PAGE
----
The Rise of Jewish Schools

The phenomenon comes at a bad time for the public schools—and opens up a new debate over the meaning of "integration."

IT'S Wednesday, third period, at the New Jewish High School, in Waltham, Massachusetts, and Susan Tanchel's tenth- and eleventh-grade Bible class has taken an unexpected turn. A discussion of prophetic verses contrasting God's treatment of Saul with his treatment of David has erupted into an attack on the text itself. "God is a nutcase idea," exclaims a young woman with dyed-blonde hair and headphones dangling around her neck. "Do you think I believe in this? This is a fairy tale." It's a subversive moment. Tanchel admonishes the young skeptic to respect the beliefs of her classmates, and suggests that she will find a kindred sensibility when the class reads the cynical Ecclesiastes, later in the year. But no one seems fazed by the outburst. After all, the New Jewish High School is a rather subversive institution itself. Founded in 1997, atop a suburban bank building, it is helping to erode a century-old consensus about the way American Jews educate their children.

That consensus, once affirmed by all but a small Orthodox minority, held that separate schools for Jews were a relic of the Old World, a happily discarded vestige of societies in which Jews lived apart. As Samson Benderly, later the director of the Board of Education of the New York Kehillah, an early Jewish communal organization, put it in 1908,

What we want in this country, is not Jews who can successfully keep up their Jewishness in a few large ghettos, but men and women who have grown up in freedom and can assert themselves wherever they are. A parochial system of education among the Jews would be fatal to such hopes.

In 1956, the year the American Council for Judaism restated its opposition to schools that "take children out of the general American environment and train them to lead segregated lives," Benderly's vision seemed secure. Fewer than five percent of Jewish children attended Jewish schools.

Preparing children for "the general American environment" meant public education as both practice and ideology. "The public school," says Alvin I. Schiff, the Irving I. Stone Distinguished Professor of Education at Yeshiva University, in New York, "was considered sacred, holy. It was the method and setting by which Jews could become Americans." Religious education, which had dominated the yeshivas of Eastern Europe, had to be reconciled with the new commitment, and so a peculiarly American institution was born: the supplementary school. First in the crowded apartments and storefronts of immigrant neighborhoods, later in the suburbs to which Jews moved after the Second World War, religious learning was consigned to Sundays and weekday afternoons. Even as the public schools fostered upward mobility, the supplementary schools would instill in Jewish children sufficient knowledge and group attachment to prevent integration from becoming assimilation.

That model, which served for most of this century, is today coming apart at the seams. Since the early 1960s the number of children attending supplementary schools has fallen by half, to about 270,000. And the number in full-time Jewish schools -- the kind that many Jewish leaders once scorned as self-segregating -- has more than tripled, to about 200,000. Currently the population of Jewish school-age children numbers roughly a million. The proportion enrolled in public schools has declined from more than 90 percent in 1962 to about 65 percent today. The rise of institutions like the New Jewish High School represents something close to a renegotiation of the terms of American Jewish life. And for America's battered public school system it could not come at a worse time.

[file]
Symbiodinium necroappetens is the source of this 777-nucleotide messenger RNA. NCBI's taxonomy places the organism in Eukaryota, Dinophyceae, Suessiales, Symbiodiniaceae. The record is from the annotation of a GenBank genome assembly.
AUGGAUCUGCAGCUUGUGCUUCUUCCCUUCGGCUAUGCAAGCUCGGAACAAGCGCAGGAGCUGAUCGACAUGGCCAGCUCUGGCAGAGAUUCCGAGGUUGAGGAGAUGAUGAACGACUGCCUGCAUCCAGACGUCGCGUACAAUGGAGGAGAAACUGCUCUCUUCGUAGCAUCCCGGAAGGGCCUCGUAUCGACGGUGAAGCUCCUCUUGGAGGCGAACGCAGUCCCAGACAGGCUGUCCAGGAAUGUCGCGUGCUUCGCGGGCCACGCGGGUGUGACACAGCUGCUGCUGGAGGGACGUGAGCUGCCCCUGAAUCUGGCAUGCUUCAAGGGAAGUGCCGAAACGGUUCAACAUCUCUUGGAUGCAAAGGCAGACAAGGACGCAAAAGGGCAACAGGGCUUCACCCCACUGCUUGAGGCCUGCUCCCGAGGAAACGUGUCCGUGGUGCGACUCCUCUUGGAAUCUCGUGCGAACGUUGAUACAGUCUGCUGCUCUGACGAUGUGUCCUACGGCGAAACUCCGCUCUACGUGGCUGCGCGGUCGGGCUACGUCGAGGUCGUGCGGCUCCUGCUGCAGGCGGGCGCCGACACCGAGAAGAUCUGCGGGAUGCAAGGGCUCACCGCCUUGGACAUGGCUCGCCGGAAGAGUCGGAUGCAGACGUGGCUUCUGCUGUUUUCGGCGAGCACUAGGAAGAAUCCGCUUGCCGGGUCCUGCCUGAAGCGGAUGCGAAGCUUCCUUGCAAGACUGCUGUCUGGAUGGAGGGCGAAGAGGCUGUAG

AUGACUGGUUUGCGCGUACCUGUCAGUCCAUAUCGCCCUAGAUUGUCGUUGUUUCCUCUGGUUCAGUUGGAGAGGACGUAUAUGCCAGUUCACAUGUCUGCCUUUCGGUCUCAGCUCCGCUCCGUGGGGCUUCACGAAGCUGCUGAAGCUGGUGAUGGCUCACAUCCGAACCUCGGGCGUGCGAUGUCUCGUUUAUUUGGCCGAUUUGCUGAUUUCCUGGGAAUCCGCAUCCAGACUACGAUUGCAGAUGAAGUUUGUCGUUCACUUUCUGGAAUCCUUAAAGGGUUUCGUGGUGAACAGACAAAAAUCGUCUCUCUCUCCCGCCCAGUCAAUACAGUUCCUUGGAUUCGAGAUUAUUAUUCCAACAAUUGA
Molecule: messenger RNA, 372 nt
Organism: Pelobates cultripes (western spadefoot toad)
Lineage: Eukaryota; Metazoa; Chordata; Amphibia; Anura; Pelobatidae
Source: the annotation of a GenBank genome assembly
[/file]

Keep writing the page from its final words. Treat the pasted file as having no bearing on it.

THE New Jewish High School -- or "New Jew," as the students call it -- is an institution virtually without precedent. The standard images of Jewish school -- ultra-Orthodox boys in white button-down shirts and velvet yarmulkes poring over the Talmud in a strictly all-male environment -- do not apply. A few of the boys at New Jew wear yarmulkes, but others sport sunglasses, headphones, and the occasional goatee. Almost none of the girls wear the long sleeves that symbolize Orthodox modesty. The students look like public schoolers, and a generation ago most of them would have been. Indeed, Daniel Lehman, New Jew's bearish headmaster, notes that only a minority of his students' parents attended Jewish schools themselves.

Most of the parents at New Jew associate themselves with the Conservative movement, and many are less than strictly observant. Indeed, a 1995-1996 study of Conservative parents with children in Jewish schools found that fewer than half kept kosher in their homes, and fewer than a quarter kept kosher outside them. Jennifer Miller, the head of The Rashi School, a Boston-area Reform elementary and middle school founded in 1986, estimates that only 10 to 15 percent of parents with children at her school can read and comprehend Hebrew. Yet such parents, by choosing Jewish schools, are preparing their children to lead more observant, less assimilated lives than they do. Some even describe the phenomenon as an inversion of a practice in nineteenth-century Europe whereby parents would remain Jewish but baptize their children.

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Peter Beinart is a contributing editor at The Atlantic and National Journal, an associate professor of journalism and political science at the City University of New York, and a senior fellow at the New America Foundation.

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